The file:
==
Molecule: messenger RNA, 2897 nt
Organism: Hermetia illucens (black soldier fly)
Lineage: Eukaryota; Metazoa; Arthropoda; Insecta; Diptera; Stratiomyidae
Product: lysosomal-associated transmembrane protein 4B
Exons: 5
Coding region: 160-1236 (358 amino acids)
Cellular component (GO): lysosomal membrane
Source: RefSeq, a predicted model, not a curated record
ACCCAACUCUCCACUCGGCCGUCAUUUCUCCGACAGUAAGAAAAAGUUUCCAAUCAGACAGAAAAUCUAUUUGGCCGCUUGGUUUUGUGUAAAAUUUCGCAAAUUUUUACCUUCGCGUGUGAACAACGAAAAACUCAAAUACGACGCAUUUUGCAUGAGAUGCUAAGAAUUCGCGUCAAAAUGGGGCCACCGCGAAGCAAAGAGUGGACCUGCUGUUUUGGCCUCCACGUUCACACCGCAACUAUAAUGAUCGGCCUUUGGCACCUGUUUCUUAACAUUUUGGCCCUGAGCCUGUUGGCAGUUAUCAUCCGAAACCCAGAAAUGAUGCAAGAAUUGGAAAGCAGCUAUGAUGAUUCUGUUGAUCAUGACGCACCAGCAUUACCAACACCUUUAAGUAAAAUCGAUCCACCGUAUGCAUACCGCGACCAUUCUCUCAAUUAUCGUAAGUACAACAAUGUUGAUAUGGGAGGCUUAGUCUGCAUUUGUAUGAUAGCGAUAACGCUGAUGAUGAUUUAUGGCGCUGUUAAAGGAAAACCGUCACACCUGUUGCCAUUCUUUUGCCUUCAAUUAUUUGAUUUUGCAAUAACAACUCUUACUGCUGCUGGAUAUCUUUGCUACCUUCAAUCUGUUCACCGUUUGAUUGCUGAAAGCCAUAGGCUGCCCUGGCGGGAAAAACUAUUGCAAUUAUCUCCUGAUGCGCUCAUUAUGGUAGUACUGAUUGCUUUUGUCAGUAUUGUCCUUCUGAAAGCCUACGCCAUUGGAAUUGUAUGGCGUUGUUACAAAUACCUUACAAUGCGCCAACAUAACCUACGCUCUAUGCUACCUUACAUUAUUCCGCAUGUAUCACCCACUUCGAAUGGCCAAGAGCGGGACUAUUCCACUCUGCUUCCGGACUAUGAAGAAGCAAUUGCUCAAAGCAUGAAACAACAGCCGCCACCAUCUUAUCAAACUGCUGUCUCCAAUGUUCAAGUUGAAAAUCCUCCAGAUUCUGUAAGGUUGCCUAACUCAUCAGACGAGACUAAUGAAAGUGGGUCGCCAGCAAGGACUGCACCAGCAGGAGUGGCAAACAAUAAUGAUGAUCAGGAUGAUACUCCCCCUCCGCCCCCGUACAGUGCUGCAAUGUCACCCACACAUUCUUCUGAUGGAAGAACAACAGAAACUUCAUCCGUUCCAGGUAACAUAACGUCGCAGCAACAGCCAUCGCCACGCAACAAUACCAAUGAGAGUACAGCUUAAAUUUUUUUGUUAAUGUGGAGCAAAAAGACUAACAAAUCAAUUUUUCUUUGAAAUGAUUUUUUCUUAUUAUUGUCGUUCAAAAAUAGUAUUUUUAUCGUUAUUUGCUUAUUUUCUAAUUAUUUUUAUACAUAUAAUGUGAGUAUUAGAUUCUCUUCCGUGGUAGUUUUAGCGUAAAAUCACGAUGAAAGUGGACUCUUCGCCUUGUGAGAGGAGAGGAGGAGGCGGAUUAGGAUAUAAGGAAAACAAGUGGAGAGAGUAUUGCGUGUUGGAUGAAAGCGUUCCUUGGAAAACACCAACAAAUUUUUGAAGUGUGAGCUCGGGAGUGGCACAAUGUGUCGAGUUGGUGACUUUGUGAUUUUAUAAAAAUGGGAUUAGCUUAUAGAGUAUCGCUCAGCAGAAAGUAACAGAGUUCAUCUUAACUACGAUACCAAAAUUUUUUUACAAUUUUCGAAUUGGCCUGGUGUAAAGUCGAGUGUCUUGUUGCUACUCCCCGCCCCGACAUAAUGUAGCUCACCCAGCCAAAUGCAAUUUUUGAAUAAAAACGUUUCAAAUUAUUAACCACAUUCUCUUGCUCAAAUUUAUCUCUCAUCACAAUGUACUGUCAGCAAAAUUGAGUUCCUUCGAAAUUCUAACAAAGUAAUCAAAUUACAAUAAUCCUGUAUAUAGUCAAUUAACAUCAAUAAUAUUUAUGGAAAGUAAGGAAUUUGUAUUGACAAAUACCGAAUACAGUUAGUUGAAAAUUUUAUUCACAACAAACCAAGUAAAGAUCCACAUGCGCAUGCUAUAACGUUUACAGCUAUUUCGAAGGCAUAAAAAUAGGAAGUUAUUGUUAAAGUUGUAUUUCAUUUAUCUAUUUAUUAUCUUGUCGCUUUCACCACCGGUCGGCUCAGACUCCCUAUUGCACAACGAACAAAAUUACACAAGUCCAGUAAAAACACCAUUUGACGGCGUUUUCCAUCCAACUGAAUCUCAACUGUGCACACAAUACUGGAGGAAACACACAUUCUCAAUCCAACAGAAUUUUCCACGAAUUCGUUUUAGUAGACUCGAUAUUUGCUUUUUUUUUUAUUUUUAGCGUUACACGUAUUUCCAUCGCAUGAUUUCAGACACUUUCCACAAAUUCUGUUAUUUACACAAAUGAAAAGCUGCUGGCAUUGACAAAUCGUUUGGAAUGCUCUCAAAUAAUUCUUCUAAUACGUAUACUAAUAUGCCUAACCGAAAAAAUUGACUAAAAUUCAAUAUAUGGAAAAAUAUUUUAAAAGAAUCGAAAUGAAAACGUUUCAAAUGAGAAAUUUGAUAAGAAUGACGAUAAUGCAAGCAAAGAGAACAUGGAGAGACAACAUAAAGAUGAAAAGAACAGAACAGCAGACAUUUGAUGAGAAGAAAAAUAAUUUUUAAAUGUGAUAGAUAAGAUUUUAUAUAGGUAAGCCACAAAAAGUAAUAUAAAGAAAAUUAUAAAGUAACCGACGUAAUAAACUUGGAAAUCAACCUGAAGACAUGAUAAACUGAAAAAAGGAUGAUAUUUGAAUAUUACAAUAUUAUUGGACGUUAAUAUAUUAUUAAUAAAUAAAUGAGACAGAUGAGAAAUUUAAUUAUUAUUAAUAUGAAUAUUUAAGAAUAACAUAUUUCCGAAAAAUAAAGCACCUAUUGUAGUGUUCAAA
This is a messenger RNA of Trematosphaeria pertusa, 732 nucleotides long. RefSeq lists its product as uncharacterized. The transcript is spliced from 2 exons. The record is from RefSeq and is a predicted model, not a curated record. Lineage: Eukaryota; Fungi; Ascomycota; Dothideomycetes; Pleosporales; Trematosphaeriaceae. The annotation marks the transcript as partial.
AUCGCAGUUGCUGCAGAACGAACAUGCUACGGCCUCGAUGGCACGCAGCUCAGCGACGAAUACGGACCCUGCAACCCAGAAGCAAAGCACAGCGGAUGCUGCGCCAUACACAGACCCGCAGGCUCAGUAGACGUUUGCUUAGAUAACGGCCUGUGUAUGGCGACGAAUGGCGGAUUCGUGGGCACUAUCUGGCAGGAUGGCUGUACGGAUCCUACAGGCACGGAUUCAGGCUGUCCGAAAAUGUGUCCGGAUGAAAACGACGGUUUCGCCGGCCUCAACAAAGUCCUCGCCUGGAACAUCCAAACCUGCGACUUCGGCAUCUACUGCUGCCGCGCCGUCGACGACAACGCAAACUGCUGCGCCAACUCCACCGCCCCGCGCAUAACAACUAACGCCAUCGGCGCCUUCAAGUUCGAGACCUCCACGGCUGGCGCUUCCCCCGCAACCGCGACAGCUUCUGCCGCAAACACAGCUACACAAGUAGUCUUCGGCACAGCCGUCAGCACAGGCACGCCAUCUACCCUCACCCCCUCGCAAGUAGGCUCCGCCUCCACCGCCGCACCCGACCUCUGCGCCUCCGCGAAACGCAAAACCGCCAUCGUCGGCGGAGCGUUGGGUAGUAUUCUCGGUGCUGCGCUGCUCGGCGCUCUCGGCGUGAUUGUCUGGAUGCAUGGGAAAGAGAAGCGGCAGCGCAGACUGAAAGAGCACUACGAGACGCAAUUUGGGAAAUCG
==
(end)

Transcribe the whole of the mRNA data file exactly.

Molecule: messenger RNA, 2897 nt
Organism: Hermetia illucens (black soldier fly)
Lineage: Eukaryota; Metazoa; Arthropoda; Insecta; Diptera; Stratiomyidae
Product: lysosomal-associated transmembrane protein 4B
Exons: 5
Coding region: 160-1236 (358 amino acids)
Cellular component (GO): lysosomal membrane
Source: RefSeq, a predicted model, not a curated record
ACCCAACUCUCCACUCGGCCGUCAUUUCUCCGACAGUAAGAAAAAGUUUCCAAUCAGACAGAAAAUCUAUUUGGCCGCUUGGUUUUGUGUAAAAUUUCGCAAAUUUUUACCUUCGCGUGUGAACAACGAAAAACUCAAAUACGACGCAUUUUGCAUGAGAUGCUAAGAAUUCGCGUCAAAAUGGGGCCACCGCGAAGCAAAGAGUGGACCUGCUGUUUUGGCCUCCACGUUCACACCGCAACUAUAAUGAUCGGCCUUUGGCACCUGUUUCUUAACAUUUUGGCCCUGAGCCUGUUGGCAGUUAUCAUCCGAAACCCAGAAAUGAUGCAAGAAUUGGAAAGCAGCUAUGAUGAUUCUGUUGAUCAUGACGCACCAGCAUUACCAACACCUUUAAGUAAAAUCGAUCCACCGUAUGCAUACCGCGACCAUUCUCUCAAUUAUCGUAAGUACAACAAUGUUGAUAUGGGAGGCUUAGUCUGCAUUUGUAUGAUAGCGAUAACGCUGAUGAUGAUUUAUGGCGCUGUUAAAGGAAAACCGUCACACCUGUUGCCAUUCUUUUGCCUUCAAUUAUUUGAUUUUGCAAUAACAACUCUUACUGCUGCUGGAUAUCUUUGCUACCUUCAAUCUGUUCACCGUUUGAUUGCUGAAAGCCAUAGGCUGCCCUGGCGGGAAAAACUAUUGCAAUUAUCUCCUGAUGCGCUCAUUAUGGUAGUACUGAUUGCUUUUGUCAGUAUUGUCCUUCUGAAAGCCUACGCCAUUGGAAUUGUAUGGCGUUGUUACAAAUACCUUACAAUGCGCCAACAUAACCUACGCUCUAUGCUACCUUACAUUAUUCCGCAUGUAUCACCCACUUCGAAUGGCCAAGAGCGGGACUAUUCCACUCUGCUUCCGGACUAUGAAGAAGCAAUUGCUCAAAGCAUGAAACAACAGCCGCCACCAUCUUAUCAAACUGCUGUCUCCAAUGUUCAAGUUGAAAAUCCUCCAGAUUCUGUAAGGUUGCCUAACUCAUCAGACGAGACUAAUGAAAGUGGGUCGCCAGCAAGGACUGCACCAGCAGGAGUGGCAAACAAUAAUGAUGAUCAGGAUGAUACUCCCCCUCCGCCCCCGUACAGUGCUGCAAUGUCACCCACACAUUCUUCUGAUGGAAGAACAACAGAAACUUCAUCCGUUCCAGGUAACAUAACGUCGCAGCAACAGCCAUCGCCACGCAACAAUACCAAUGAGAGUACAGCUUAAAUUUUUUUGUUAAUGUGGAGCAAAAAGACUAACAAAUCAAUUUUUCUUUGAAAUGAUUUUUUCUUAUUAUUGUCGUUCAAAAAUAGUAUUUUUAUCGUUAUUUGCUUAUUUUCUAAUUAUUUUUAUACAUAUAAUGUGAGUAUUAGAUUCUCUUCCGUGGUAGUUUUAGCGUAAAAUCACGAUGAAAGUGGACUCUUCGCCUUGUGAGAGGAGAGGAGGAGGCGGAUUAGGAUAUAAGGAAAACAAGUGGAGAGAGUAUUGCGUGUUGGAUGAAAGCGUUCCUUGGAAAACACCAACAAAUUUUUGAAGUGUGAGCUCGGGAGUGGCACAAUGUGUCGAGUUGGUGACUUUGUGAUUUUAUAAAAAUGGGAUUAGCUUAUAGAGUAUCGCUCAGCAGAAAGUAACAGAGUUCAUCUUAACUACGAUACCAAAAUUUUUUUACAAUUUUCGAAUUGGCCUGGUGUAAAGUCGAGUGUCUUGUUGCUACUCCCCGCCCCGACAUAAUGUAGCUCACCCAGCCAAAUGCAAUUUUUGAAUAAAAACGUUUCAAAUUAUUAACCACAUUCUCUUGCUCAAAUUUAUCUCUCAUCACAAUGUACUGUCAGCAAAAUUGAGUUCCUUCGAAAUUCUAACAAAGUAAUCAAAUUACAAUAAUCCUGUAUAUAGUCAAUUAACAUCAAUAAUAUUUAUGGAAAGUAAGGAAUUUGUAUUGACAAAUACCGAAUACAGUUAGUUGAAAAUUUUAUUCACAACAAACCAAGUAAAGAUCCACAUGCGCAUGCUAUAACGUUUACAGCUAUUUCGAAGGCAUAAAAAUAGGAAGUUAUUGUUAAAGUUGUAUUUCAUUUAUCUAUUUAUUAUCUUGUCGCUUUCACCACCGGUCGGCUCAGACUCCCUAUUGCACAACGAACAAAAUUACACAAGUCCAGUAAAAACACCAUUUGACGGCGUUUUCCAUCCAACUGAAUCUCAACUGUGCACACAAUACUGGAGGAAACACACAUUCUCAAUCCAACAGAAUUUUCCACGAAUUCGUUUUAGUAGACUCGAUAUUUGCUUUUUUUUUUAUUUUUAGCGUUACACGUAUUUCCAUCGCAUGAUUUCAGACACUUUCCACAAAUUCUGUUAUUUACACAAAUGAAAAGCUGCUGGCAUUGACAAAUCGUUUGGAAUGCUCUCAAAUAAUUCUUCUAAUACGUAUACUAAUAUGCCUAACCGAAAAAAUUGACUAAAAUUCAAUAUAUGGAAAAAUAUUUUAAAAGAAUCGAAAUGAAAACGUUUCAAAUGAGAAAUUUGAUAAGAAUGACGAUAAUGCAAGCAAAGAGAACAUGGAGAGACAACAUAAAGAUGAAAAGAACAGAACAGCAGACAUUUGAUGAGAAGAAAAAUAAUUUUUAAAUGUGAUAGAUAAGAUUUUAUAUAGGUAAGCCACAAAAAGUAAUAUAAAGAAAAUUAUAAAGUAACCGACGUAAUAAACUUGGAAAUCAACCUGAAGACAUGAUAAACUGAAAAAAGGAUGAUAUUUGAAUAUUACAAUAUUAUUGGACGUUAAUAUAUUAUUAAUAAAUAAAUGAGACAGAUGAGAAAUUUAAUUAUUAUUAAUAUGAAUAUUUAAGAAUAACAUAUUUCCGAAAAAUAAAGCACCUAUUGUAGUGUUCAAA
This is a messenger RNA of Trematosphaeria pertusa, 732 nucleotides long. RefSeq lists its product as uncharacterized. The transcript is spliced from 2 exons. The record is from RefSeq and is a predicted model, not a curated record. Lineage: Eukaryota; Fungi; Ascomycota; Dothideomycetes; Pleosporales; Trematosphaeriaceae. The annotation marks the transcript as partial.
AUCGCAGUUGCUGCAGAACGAACAUGCUACGGCCUCGAUGGCACGCAGCUCAGCGACGAAUACGGACCCUGCAACCCAGAAGCAAAGCACAGCGGAUGCUGCGCCAUACACAGACCCGCAGGCUCAGUAGACGUUUGCUUAGAUAACGGCCUGUGUAUGGCGACGAAUGGCGGAUUCGUGGGCACUAUCUGGCAGGAUGGCUGUACGGAUCCUACAGGCACGGAUUCAGGCUGUCCGAAAAUGUGUCCGGAUGAAAACGACGGUUUCGCCGGCCUCAACAAAGUCCUCGCCUGGAACAUCCAAACCUGCGACUUCGGCAUCUACUGCUGCCGCGCCGUCGACGACAACGCAAACUGCUGCGCCAACUCCACCGCCCCGCGCAUAACAACUAACGCCAUCGGCGCCUUCAAGUUCGAGACCUCCACGGCUGGCGCUUCCCCCGCAACCGCGACAGCUUCUGCCGCAAACACAGCUACACAAGUAGUCUUCGGCACAGCCGUCAGCACAGGCACGCCAUCUACCCUCACCCCCUCGCAAGUAGGCUCCGCCUCCACCGCCGCACCCGACCUCUGCGCCUCCGCGAAACGCAAAACCGCCAUCGUCGGCGGAGCGUUGGGUAGUAUUCUCGGUGCUGCGCUGCUCGGCGCUCUCGGCGUGAUUGUCUGGAUGCAUGGGAAAGAGAAGCGGCAGCGCAGACUGAAAGAGCACUACGAGACGCAAUUUGGGAAAUCG